What can I study?

Students attending the 60 hour Film Blitz

Students attending the 60 hour Film Blitz

Students arriving at St Andrews will take four film studies modules across their first two years (one per semester). With the successful completion of these modules (with marks of 11/20 or above), students will have the opportunity to continue to take either Single Honours or Joint Honours in Film Studies, now taking 3000- and 4000-level modules (typically two per semester for Single Honours, or one per semester for Joint Honours) across the next two years. The honours modules reflect the research expertise of the department and allow students to choose and develop their own specialisms and interests within the discipline.


First Year (2 x 20-credit modules required)

The two 1000-level modules familiarise students with key concepts, theories and methodologies of Film Studies. FM1001 (Key Concepts in Film Studies) covers foundational issues of film form and aesthetics, genre and narrative, audiences, technology, and industry while FM1002 (Film History and Historiography) introduces students to significant movements in cinema history and to considerations in the practice of history. Students view cinematic texts from around the world in the context of society, culture, ideology, and technology. Cinema provides a rich resource for analysing the social, cultural, and ideological cross-currents of a particular historical moment, and the films we teach bring these into bold relief.

Second Year (2 x 20-credit modules required)

The two 2000-level modules introduce a variety of methodological and theoretical frameworks for the historical study of cinema and the visual media. Based on screenings of a selection of cinematic texts, you are also introduced to questions of identity and representation, and the relationship of film, public discourse, cultural production, and cultural policy. FM2001 (World Cinemas) focuses on historical aspects and technological advances in film following World War II, by looking at developments in Europe (e.g. Neorealism, New Waves), New Hollywood, and Third Cinema. FM2002 (Film Culture, Theory Entertainment) introduces a range of theoretical approaches to cinema, their relationship to culture, and the politics of entertainment.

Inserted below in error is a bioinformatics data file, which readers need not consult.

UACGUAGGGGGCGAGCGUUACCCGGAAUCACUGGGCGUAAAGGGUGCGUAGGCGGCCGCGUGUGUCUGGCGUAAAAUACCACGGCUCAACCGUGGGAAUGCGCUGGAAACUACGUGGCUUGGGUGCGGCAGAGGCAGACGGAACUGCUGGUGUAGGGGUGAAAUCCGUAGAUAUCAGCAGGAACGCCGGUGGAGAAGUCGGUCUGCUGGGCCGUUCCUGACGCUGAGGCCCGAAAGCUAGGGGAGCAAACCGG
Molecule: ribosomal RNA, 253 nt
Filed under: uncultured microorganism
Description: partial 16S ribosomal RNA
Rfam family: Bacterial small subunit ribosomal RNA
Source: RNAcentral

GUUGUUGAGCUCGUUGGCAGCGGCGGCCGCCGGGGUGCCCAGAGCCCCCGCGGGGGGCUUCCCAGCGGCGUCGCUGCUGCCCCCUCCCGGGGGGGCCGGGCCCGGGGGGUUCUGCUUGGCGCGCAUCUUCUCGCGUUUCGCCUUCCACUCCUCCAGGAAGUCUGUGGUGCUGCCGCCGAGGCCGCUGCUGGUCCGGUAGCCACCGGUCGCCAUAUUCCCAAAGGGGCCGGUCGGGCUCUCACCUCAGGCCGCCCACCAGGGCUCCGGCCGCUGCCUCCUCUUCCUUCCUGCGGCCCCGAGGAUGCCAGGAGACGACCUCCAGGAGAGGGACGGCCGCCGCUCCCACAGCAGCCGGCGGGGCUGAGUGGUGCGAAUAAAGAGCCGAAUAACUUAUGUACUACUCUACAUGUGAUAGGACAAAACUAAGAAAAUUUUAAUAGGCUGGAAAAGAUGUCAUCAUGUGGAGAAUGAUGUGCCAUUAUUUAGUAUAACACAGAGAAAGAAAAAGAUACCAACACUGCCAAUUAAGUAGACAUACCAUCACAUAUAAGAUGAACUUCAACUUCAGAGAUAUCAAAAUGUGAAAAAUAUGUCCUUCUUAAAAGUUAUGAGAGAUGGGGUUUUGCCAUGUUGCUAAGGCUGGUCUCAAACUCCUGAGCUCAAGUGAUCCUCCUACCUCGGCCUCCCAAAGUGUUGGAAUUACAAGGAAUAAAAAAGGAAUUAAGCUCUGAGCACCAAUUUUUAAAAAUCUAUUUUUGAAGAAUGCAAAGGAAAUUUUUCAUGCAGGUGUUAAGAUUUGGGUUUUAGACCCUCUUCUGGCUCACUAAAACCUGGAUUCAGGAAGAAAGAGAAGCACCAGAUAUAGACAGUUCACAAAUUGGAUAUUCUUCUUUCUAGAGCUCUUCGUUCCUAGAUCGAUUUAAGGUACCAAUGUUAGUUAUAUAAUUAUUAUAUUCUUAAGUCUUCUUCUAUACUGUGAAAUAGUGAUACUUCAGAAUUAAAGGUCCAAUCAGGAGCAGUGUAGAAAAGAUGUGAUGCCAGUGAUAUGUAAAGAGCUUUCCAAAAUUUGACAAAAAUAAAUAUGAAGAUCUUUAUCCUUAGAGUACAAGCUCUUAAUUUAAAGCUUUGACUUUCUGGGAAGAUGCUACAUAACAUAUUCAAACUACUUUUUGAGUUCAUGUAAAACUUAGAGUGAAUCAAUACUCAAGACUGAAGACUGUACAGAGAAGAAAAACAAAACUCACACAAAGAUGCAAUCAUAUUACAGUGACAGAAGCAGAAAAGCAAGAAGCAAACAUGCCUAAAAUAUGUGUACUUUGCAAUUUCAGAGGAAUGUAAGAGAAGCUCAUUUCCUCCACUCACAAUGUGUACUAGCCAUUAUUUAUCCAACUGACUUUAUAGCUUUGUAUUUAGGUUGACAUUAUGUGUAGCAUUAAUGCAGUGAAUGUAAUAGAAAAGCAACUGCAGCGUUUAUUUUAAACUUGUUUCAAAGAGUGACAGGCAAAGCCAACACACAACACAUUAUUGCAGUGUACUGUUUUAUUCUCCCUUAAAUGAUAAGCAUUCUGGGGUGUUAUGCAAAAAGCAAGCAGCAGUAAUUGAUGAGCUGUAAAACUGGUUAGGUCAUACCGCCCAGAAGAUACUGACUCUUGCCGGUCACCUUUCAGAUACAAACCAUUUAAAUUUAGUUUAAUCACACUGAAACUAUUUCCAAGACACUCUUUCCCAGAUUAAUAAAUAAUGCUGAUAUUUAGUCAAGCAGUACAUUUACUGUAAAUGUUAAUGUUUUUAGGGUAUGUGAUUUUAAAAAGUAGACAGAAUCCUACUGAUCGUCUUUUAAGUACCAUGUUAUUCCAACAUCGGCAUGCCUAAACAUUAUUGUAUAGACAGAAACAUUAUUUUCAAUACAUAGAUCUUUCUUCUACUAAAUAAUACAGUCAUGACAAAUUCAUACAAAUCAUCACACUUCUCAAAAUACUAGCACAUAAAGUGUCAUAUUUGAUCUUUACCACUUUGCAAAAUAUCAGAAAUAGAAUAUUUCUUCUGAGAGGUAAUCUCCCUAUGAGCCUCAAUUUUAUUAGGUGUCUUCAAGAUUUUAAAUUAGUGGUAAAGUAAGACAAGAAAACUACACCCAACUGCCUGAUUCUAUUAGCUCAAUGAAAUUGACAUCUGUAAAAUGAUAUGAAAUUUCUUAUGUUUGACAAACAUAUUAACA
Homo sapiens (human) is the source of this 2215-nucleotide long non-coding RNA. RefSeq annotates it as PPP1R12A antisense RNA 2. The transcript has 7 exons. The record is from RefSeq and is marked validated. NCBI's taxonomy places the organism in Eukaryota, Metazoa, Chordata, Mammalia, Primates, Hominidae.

The Honours syllabus covers subject matters reflecting the research expertise of teaching staff. Honours 3000- and 4000-level modules are typically taught by screenings and seminars. The Honours programme examines a diverse range of film theories covering gender, national & transnational, and philosophical approaches. In your final year you have the opportunity to do a dissertation on an advanced topic in Film Studies (a list of recent dissertation topics can be found here).

Optional modules available each year will reflect current staff specialisms, including:

  • World cinemas
  • Film, human rights and activism
  • Queer theory and gender identity
  • Contemporary film and philosophy
  • War and cinema
  • Colonial film
  • Early cinema and film history
  • Film sound
  • Stars
  • Digital cinema
  • Film festivals



william and mary

Beginning in the 2017-18 academic year, our department will also be participating in a joint degree with the Department of Film and Media Studies at the College of William and Mary in Virginia. Please find more information on the structure and requirements of the joint degree here. You can learn more about the department at William and Mary here. For further questions, contact Dr Paul Flaig (TBC)

Although I hadn’t done any kind of film studies beforehand, the talk at the open day and the enthusiastic staff encouraged me to apply.

— Ben Lealan, Film Studies and History Honours student